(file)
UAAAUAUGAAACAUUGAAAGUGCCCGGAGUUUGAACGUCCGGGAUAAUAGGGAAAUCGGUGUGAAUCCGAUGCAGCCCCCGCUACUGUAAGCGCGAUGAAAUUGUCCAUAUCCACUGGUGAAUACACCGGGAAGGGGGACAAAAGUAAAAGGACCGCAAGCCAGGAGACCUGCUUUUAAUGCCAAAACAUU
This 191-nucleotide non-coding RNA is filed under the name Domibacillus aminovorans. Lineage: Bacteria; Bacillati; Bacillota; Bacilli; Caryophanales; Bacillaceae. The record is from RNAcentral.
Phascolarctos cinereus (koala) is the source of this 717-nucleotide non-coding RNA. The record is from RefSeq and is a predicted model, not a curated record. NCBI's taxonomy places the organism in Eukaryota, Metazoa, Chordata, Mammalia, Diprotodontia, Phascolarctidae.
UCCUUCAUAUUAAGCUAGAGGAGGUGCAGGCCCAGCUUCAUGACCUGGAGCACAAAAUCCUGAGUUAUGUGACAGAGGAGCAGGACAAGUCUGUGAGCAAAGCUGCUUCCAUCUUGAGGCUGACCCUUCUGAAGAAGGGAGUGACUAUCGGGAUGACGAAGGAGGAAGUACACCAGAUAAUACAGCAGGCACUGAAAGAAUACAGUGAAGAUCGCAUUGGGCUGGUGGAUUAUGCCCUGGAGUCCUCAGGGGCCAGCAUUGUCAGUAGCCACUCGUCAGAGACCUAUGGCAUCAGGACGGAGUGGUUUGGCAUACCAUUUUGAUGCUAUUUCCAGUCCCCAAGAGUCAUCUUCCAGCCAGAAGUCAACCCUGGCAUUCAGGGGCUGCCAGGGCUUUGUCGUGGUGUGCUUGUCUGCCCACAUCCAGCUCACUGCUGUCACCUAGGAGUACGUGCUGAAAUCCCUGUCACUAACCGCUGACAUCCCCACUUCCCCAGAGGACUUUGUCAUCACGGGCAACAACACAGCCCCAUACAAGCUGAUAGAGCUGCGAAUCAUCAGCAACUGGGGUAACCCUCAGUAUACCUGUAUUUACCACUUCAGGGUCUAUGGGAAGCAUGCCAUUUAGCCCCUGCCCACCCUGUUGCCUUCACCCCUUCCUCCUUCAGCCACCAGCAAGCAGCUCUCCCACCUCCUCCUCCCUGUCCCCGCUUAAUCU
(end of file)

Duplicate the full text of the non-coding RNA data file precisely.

UAAAUAUGAAACAUUGAAAGUGCCCGGAGUUUGAACGUCCGGGAUAAUAGGGAAAUCGGUGUGAAUCCGAUGCAGCCCCCGCUACUGUAAGCGCGAUGAAAUUGUCCAUAUCCACUGGUGAAUACACCGGGAAGGGGGACAAAAGUAAAAGGACCGCAAGCCAGGAGACCUGCUUUUAAUGCCAAAACAUU
This 191-nucleotide non-coding RNA is filed under the name Domibacillus aminovorans. Lineage: Bacteria; Bacillati; Bacillota; Bacilli; Caryophanales; Bacillaceae. The record is from RNAcentral.
Phascolarctos cinereus (koala) is the source of this 717-nucleotide non-coding RNA. The record is from RefSeq and is a predicted model, not a curated record. NCBI's taxonomy places the organism in Eukaryota, Metazoa, Chordata, Mammalia, Diprotodontia, Phascolarctidae.
UCCUUCAUAUUAAGCUAGAGGAGGUGCAGGCCCAGCUUCAUGACCUGGAGCACAAAAUCCUGAGUUAUGUGACAGAGGAGCAGGACAAGUCUGUGAGCAAAGCUGCUUCCAUCUUGAGGCUGACCCUUCUGAAGAAGGGAGUGACUAUCGGGAUGACGAAGGAGGAAGUACACCAGAUAAUACAGCAGGCACUGAAAGAAUACAGUGAAGAUCGCAUUGGGCUGGUGGAUUAUGCCCUGGAGUCCUCAGGGGCCAGCAUUGUCAGUAGCCACUCGUCAGAGACCUAUGGCAUCAGGACGGAGUGGUUUGGCAUACCAUUUUGAUGCUAUUUCCAGUCCCCAAGAGUCAUCUUCCAGCCAGAAGUCAACCCUGGCAUUCAGGGGCUGCCAGGGCUUUGUCGUGGUGUGCUUGUCUGCCCACAUCCAGCUCACUGCUGUCACCUAGGAGUACGUGCUGAAAUCCCUGUCACUAACCGCUGACAUCCCCACUUCCCCAGAGGACUUUGUCAUCACGGGCAACAACACAGCCCCAUACAAGCUGAUAGAGCUGCGAAUCAUCAGCAACUGGGGUAACCCUCAGUAUACCUGUAUUUACCACUUCAGGGUCUAUGGGAAGCAUGCCAUUUAGCCCCUGCCCACCCUGUUGCCUUCACCCCUUCCUCCUUCAGCCACCAGCAAGCAGCUCUCCCACCUCCUCCUCCCUGUCCCCGCUUAAUCU